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OpEdNews Op Eds    H3'ed 8/19/12

Ecuador and Julian Assange's Asylum

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Message Prakash Kona

Like many others I was glad when I saw the Ecuadorean Foreign Minister on television make the asylum declaration in favor of Julian Assange while providing genuine reasons for doing so. Mr. Assange's life and liberty are indeed under serious threat and even if you're brain dead, you have enough sense to know that all those allegations of rape and sexual abuse are fabricated just in order to hand him over to the US government.

Personally I think WikiLeaks was an unethical thing to do. I don't justify what Assange has done and I think he shouldn't have done it. People could have lots of private opinions on a lot of issues both private and public but it doesn't mean that everything has to be out in the open and they have to be blatantly embarrassed. This argument applies to men and women in positions of power as well. They are not gods. They are ordinary human beings and to expect them to transcend the moral ills we are familiar with in day to day life is an unfair proposition. It doesn't serve the larger goals of social transformation and assuming that it did, I don't think the means justifies the ends. In summary, I believe that Assange is more of a liberal than a liberator.

Whatever he might have done I certainly don't want to see Assange in the hands of the United States government. The evidence of what would be Assange's situation is presented to us in what is currently happening to the American soldier Bradley Manning who passed the classified material to WikiLeaks (which also was a very unethical thing to do) except that Assange's plight would be worse. I'm happy that the government of Ecuador took the right decision. A brutal capacity for violence and the politics of compassion never go together. That's what is wrong with racist countries like the US, UK and Sweden who still believe elite white supremacy is the order of the world and which pretend to be defenders of human rights. The British Foreign Secretary William Hague answers in response to Assange being given asylum in the following manner: " Diplomatic immunity exists to allow embassies and diplomats to exercise proper diplomatic functions and the harbouring of alleged criminals, or frustrating the due legal process in a country, is not a permitted function." To not-so-subtly refer to Assange as "criminal" in my view cannot be called lying because it is about barefaced lying.

Years ago I studied Latin American history and their politics when I was teaching the fascinating novel Christopher Unborn (1987) by Carlos Fuentes to graduate students. In the past few weeks I was sincerely hoping that Ecuador would say "yes" to Assange's asylum request. The response by Ecuador has inspired in me the need to study Latin America all over once again and take a deeper interest in Ecuador, mainly its people, its writers, its activists and its artists. A nation honors itself through acts such as this one that Ecuador did in granting the asylum. I've little doubt that very few developing nations including the one I come from, whose apparently normal Prime Minister Manmohan Singh seriously believes that George Bush Jr. is a lovable person, would dare to stand up to the UK-US combine or even bother to do so for that matter. At some point in Fuentes' novel, the unborn Christopher speaks about being a voice to the voiceless and defending the dialects and languages of oppressed minorities.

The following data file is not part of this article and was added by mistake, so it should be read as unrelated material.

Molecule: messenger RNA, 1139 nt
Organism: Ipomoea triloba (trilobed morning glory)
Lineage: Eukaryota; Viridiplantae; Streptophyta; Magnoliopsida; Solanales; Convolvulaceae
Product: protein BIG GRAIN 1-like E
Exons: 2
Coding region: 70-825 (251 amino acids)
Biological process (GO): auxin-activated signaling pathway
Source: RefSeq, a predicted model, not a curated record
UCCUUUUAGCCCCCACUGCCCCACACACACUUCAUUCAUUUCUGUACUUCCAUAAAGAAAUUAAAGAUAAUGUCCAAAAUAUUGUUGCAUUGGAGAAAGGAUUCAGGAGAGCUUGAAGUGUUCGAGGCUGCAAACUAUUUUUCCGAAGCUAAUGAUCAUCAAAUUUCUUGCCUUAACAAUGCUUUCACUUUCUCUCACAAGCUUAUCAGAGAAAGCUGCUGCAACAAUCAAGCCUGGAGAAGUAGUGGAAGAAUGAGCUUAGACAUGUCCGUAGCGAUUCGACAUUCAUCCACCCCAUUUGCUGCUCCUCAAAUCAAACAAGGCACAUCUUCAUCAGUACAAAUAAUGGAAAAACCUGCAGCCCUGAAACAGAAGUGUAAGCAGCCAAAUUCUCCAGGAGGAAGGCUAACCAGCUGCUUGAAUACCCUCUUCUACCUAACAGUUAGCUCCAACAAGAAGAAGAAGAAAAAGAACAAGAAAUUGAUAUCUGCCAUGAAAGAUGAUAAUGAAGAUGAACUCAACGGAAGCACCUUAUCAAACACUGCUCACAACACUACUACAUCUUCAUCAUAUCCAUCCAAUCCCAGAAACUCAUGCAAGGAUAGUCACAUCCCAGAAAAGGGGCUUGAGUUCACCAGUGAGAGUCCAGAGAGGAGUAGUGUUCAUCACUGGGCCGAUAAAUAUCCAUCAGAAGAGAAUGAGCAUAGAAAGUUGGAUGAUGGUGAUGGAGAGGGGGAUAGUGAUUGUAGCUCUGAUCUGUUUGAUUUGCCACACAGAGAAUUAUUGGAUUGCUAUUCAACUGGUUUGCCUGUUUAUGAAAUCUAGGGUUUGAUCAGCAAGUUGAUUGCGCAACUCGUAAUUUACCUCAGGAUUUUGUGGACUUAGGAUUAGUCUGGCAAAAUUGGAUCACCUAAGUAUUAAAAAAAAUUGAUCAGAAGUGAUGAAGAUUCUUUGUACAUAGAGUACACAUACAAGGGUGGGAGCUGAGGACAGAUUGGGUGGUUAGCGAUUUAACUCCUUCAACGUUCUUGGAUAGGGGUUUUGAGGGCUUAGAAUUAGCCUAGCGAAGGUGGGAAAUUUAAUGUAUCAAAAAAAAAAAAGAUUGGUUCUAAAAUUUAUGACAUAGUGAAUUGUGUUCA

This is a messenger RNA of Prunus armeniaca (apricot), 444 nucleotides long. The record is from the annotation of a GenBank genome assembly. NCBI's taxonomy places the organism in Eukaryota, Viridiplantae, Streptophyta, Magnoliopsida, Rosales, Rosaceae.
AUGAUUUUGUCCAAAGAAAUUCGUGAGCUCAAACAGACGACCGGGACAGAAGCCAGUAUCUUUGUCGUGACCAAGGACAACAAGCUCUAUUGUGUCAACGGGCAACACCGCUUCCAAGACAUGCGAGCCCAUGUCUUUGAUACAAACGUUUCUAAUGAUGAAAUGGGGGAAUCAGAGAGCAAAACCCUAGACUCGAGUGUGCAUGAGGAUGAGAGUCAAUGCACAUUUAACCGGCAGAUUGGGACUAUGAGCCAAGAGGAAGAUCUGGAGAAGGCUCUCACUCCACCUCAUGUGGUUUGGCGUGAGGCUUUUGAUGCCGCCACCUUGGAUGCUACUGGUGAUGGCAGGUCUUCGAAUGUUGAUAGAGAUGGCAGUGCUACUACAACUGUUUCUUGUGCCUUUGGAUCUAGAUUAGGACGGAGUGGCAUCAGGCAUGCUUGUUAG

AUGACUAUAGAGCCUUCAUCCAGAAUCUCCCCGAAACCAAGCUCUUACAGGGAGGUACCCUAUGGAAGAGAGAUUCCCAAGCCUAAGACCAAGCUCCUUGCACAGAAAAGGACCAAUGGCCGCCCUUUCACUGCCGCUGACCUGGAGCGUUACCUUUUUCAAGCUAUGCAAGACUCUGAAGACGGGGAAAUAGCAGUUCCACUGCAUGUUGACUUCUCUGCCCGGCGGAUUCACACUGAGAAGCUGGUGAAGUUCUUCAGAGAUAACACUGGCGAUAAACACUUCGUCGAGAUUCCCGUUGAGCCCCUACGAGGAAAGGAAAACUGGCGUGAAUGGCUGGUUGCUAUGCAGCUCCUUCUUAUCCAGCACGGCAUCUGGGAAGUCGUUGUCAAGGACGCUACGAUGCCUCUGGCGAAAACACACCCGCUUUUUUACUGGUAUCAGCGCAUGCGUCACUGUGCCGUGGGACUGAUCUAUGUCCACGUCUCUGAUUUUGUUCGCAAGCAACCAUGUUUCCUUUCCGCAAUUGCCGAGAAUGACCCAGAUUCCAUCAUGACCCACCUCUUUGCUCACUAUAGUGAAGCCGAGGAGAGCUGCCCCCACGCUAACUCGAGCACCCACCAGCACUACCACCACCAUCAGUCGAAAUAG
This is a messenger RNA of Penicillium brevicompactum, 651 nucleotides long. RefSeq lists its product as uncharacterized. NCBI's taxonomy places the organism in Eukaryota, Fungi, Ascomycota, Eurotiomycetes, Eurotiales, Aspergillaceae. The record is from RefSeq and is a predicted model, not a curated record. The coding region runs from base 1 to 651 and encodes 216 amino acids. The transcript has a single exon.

The argument Christopher makes applies to people who are cornered especially those who are considered by their governments to be politically dangerous or unpleasant. Assange at this point in his life falls in the latter category of being a potential source of embarrassment to the US. If the US is not terribly concerned with the WikiLeaks fallout they are undoubtedly worried of what these things could lead to. Powerful states like powerful men preserve themselves against all odds. They have a ridiculous and paranoid sense of what constitutes a threat, which is why something however unimportant has to be crushed in the most decisive manner as is possible.

The importance of Ecuador standing up to the UK government's intimidatory stance can hardly be ignored. It is not the same thing when a powerful nation dictates terms to those it views as inferiors and when the "inferiors" turn back to answer their so-called bosses. The latter is of utmost significance to third world nations. They don't have to bow down to pressure tactics used by powerful nations. If Ecuador's Foreign Minister, Ricardo Patino does not hesitate to say, "We are not a British colony," we sure could get to hear the voices of more third world governments saying the same thing to the US: "We are not an American colony." European nations whose political, cultural and economic standards have radically declined in recent months are not leading the world when it comes to ethics either. The institutionalized racist arrogance of western governments seriously needs to be undermined as directly as possible and not in the covert manner of WikiLeaks. That's the only way the third world will see the light of the future. I sincerely hope that this asylum granted to Julian Assange will pave the way to a larger defiance of the US and its hypocritical allies. 

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Prakash Kona is a writer, teacher and researcher who lives in Hyderabad, India. He is currently Professor at the Department of English Literature, The English and Foreign Languages University (EFLU), Hyderabad.

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